The H-1B visa program which allows companies to import temporary guest workers for technical jobs is the key federal initiative on the much-discussed topic of skilled migration. But surprisingly little is known about how it actually works in practice. Which is what makes the new site GuestWorkerData.org from the Economic Policy Institute and the Jobs With Justice Education Fund so important. Based on FOIA requests they have maps and interactives that for the first time really let us see where H1-B and other guest workers are going, and which companies are bringing them in.
The groups behind the site are skeptics of expanding H-1B (as the Obama administration seems to be considering) and advocate for substantial revisions to how the program works. But regardless of your views, the information is fascinating.
It's no surprise to see that California is the number one home state of companies looking to bring in foreign tech workers. But California's number one user of H-1B workers last year wasn't one of Silicon Valley's famous consumer facing tech giants. It's HCL America, not exactly a household name, which refers to itself as "a leading IT consulting and outsourcing software development company." Indeed, somewhat paradoxically outsourcing firms are one of the major importers of guest workers. This is presumably because, as research from Michael Clemens has shown, Indian employees of outsourcing firms increase their productivity six-fold by coming to work in the USA. One view is that the heavy use of H-1B workers by outsourcing companies shows the need for reforms. At the same time, I would say the enormous productivity boost associated with moving to America shows what a potential win-win more migration of skilled workers is.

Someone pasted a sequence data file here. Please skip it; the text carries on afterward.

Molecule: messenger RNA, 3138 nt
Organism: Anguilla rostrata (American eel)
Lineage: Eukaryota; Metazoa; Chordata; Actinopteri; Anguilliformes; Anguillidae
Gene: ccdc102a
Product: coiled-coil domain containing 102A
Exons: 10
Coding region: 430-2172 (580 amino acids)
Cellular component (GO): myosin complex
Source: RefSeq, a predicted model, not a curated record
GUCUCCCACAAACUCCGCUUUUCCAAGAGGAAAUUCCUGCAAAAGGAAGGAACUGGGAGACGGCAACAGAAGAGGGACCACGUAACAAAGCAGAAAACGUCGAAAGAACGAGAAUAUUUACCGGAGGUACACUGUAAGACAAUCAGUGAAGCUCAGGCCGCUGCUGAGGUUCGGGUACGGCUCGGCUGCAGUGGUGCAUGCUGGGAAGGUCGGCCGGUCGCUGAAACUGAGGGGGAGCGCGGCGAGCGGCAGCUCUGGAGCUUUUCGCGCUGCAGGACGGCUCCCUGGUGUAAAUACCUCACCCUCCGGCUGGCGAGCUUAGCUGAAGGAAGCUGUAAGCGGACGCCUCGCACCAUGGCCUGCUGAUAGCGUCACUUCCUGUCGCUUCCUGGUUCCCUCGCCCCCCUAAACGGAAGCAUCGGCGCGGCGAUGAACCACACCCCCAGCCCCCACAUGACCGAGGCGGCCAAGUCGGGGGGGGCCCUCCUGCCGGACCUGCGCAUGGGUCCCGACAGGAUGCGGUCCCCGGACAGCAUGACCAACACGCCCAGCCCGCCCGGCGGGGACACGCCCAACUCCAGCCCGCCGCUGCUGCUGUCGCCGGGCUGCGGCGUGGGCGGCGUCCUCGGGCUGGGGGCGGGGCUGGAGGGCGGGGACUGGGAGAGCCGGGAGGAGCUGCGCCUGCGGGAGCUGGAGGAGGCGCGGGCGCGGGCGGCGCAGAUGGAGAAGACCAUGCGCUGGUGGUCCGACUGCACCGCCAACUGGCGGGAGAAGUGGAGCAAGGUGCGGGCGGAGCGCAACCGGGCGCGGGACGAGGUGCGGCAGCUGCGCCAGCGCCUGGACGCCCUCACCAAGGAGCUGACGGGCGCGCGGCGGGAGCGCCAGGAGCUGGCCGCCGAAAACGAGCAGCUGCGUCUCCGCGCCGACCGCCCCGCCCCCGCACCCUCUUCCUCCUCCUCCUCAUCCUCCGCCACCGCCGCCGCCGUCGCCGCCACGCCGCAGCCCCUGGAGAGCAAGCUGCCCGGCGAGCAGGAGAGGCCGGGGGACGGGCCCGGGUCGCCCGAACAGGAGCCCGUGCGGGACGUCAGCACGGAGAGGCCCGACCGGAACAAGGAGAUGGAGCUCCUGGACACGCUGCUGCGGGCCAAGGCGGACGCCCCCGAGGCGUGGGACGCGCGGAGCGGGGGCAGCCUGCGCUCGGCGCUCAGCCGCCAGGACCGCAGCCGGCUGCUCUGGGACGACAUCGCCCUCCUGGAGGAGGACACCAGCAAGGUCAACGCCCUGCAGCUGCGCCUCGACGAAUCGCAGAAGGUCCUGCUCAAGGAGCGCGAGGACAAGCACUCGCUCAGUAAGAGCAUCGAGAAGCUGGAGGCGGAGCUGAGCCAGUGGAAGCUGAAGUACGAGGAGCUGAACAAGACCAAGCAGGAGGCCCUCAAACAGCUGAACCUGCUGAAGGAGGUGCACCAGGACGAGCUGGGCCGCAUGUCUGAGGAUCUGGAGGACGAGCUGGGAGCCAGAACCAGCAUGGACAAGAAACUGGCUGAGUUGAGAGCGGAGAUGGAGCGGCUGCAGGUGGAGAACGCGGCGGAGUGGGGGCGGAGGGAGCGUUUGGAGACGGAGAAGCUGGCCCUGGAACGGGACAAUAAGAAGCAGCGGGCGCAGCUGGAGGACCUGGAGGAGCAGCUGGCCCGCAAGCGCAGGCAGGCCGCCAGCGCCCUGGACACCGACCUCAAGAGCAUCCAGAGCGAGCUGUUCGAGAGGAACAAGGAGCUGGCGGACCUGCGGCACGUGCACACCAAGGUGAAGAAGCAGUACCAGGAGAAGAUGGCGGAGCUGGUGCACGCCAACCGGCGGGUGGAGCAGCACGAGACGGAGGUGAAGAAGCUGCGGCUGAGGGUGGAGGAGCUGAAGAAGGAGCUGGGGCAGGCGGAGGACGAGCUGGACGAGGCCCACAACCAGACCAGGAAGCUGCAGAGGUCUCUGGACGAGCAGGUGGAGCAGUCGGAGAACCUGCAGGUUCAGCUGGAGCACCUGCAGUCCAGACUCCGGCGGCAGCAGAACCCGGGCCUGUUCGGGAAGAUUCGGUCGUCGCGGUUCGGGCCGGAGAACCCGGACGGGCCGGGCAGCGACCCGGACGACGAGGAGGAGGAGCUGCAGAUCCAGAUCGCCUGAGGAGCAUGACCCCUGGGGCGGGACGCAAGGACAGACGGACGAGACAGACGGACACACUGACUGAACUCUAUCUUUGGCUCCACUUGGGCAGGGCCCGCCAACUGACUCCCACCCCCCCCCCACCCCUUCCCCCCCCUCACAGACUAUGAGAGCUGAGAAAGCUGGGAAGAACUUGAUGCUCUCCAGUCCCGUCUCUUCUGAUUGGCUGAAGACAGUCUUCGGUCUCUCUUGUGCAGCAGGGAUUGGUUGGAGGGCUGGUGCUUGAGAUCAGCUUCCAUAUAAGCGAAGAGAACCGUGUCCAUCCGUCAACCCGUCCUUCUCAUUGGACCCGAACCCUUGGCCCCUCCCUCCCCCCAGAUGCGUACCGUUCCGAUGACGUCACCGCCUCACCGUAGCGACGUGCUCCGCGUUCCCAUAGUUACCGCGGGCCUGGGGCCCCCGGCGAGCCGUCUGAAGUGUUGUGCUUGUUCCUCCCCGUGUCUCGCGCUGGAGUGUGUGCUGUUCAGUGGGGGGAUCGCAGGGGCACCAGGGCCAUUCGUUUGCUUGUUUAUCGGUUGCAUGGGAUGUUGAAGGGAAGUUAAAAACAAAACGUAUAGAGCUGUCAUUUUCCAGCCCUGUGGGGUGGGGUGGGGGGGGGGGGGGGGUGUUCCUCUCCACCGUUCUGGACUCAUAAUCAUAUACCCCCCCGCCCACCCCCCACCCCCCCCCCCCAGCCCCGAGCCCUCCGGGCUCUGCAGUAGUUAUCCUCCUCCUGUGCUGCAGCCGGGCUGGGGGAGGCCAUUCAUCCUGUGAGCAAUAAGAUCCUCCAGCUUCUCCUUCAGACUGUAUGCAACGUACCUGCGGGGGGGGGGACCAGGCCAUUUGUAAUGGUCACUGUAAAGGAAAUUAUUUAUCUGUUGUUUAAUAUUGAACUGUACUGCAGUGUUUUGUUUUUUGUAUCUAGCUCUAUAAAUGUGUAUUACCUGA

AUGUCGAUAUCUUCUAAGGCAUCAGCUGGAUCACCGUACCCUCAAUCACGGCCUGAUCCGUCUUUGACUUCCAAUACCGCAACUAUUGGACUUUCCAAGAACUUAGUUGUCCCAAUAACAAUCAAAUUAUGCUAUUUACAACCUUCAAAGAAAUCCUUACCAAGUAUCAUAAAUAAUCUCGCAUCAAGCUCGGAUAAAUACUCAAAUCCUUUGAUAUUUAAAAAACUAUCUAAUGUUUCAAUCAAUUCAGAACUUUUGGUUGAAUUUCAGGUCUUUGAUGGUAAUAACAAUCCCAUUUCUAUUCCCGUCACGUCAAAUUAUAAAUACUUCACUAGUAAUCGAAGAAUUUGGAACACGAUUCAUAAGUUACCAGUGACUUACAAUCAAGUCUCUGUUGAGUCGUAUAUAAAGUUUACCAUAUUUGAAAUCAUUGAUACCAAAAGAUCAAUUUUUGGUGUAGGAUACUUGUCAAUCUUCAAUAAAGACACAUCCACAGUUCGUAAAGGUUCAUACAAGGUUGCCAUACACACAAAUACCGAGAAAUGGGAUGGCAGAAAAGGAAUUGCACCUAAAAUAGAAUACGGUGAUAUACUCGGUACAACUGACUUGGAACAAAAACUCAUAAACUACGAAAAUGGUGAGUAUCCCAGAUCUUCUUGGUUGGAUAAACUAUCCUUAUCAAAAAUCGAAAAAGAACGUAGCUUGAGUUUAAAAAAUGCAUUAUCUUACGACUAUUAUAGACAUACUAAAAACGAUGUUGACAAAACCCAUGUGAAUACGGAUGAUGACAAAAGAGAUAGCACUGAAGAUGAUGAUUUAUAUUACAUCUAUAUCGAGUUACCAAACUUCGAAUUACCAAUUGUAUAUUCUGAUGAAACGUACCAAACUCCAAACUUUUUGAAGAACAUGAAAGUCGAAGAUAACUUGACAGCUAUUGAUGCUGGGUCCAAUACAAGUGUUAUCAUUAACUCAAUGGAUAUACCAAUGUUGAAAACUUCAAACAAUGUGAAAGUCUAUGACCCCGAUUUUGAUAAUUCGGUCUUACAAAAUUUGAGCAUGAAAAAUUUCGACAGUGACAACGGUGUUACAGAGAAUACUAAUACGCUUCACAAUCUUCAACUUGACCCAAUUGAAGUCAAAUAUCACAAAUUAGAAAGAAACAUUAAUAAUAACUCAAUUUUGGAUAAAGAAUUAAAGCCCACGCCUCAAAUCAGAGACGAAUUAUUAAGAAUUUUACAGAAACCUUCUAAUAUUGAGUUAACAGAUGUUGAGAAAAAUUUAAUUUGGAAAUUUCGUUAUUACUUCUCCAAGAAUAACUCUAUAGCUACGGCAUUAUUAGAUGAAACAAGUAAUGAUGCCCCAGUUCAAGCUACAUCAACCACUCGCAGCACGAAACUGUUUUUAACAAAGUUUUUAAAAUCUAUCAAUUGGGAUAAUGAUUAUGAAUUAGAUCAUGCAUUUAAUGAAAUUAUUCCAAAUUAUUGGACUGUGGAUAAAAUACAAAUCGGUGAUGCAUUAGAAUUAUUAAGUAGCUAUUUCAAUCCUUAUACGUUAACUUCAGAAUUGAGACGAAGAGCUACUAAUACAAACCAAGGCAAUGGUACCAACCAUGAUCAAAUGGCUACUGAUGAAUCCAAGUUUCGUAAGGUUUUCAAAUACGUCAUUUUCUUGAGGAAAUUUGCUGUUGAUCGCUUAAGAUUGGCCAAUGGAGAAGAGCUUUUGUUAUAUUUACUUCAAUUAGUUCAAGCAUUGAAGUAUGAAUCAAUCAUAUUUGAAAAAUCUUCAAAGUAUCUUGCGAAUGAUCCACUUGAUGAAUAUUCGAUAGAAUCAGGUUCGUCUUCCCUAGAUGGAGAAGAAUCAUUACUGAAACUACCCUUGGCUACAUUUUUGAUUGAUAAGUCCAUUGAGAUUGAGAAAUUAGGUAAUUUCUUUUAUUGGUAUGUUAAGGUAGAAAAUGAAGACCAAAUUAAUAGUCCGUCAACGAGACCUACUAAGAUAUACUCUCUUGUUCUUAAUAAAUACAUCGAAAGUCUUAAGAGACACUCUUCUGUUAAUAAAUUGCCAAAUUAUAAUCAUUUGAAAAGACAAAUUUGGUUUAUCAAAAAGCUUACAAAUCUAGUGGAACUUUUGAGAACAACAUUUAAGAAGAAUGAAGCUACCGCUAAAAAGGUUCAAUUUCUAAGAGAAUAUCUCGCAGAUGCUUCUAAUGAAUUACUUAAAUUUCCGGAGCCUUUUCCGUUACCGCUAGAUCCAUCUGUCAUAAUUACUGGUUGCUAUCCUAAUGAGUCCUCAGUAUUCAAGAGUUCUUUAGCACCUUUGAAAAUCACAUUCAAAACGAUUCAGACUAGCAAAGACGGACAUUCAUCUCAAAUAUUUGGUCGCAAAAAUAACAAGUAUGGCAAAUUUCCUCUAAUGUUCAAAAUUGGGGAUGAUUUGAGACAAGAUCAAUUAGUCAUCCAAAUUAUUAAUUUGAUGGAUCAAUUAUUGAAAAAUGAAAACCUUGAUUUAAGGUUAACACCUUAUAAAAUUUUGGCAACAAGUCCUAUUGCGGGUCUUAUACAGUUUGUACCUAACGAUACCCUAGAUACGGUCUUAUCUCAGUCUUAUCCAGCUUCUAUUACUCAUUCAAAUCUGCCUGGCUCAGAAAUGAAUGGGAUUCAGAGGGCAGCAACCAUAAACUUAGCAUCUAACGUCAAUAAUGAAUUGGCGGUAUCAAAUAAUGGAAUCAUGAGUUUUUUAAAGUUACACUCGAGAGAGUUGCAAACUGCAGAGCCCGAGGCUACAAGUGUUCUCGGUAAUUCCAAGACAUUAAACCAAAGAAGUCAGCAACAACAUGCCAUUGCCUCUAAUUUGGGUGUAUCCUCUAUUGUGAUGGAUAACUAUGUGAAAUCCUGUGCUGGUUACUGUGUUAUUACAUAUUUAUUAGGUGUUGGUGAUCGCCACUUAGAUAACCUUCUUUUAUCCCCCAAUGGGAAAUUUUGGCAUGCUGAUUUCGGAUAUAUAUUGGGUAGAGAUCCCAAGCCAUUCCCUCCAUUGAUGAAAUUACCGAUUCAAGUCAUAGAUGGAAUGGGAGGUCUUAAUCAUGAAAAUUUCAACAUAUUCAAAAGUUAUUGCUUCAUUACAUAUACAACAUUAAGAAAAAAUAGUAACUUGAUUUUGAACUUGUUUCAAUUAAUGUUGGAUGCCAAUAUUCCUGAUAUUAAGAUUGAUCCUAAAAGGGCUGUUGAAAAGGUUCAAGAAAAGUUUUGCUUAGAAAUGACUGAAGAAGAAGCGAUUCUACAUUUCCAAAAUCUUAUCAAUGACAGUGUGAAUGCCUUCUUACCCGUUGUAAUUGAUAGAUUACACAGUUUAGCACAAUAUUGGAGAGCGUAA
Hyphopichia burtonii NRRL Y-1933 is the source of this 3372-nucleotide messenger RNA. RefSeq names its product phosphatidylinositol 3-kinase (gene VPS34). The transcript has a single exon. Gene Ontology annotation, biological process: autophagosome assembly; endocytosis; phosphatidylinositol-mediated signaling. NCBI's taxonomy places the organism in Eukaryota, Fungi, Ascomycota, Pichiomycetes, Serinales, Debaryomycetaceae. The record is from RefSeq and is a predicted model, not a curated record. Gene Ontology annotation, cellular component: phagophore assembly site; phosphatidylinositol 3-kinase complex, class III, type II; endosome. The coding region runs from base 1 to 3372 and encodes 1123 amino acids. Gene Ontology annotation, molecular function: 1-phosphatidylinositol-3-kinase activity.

Either way, you do see the outsourcing companies over and over on this list much more than you see the consumer-tech companies that typically come to mind when you think high-tech.
The number two state is New Jersey, and it's leading H-1B employer is Cognizant Systems. Number three is Texas and Infosys. Then it's New York and Mphasis.
The other thing that's interesting is that in the majority of states whose companies simply don't host very many H-1B workers, the guest workers are often found in enterprises we wouldn't consider tech companies at all. For Ohio, the top user of H-1B workers is the Cleveland Clinic. For Arkansas, it's Walmart. For Rhode Island, it's CVS. In Nevada, it's Bally. For Connecticut, it's Yale and for many other states a college or university comes in at number one. Which goes to show that in the modern world, technology workers pop up in all kinds of places — not just at tech companies — and the terms under which technology workers are imported has implications well beyond Silicon Valley.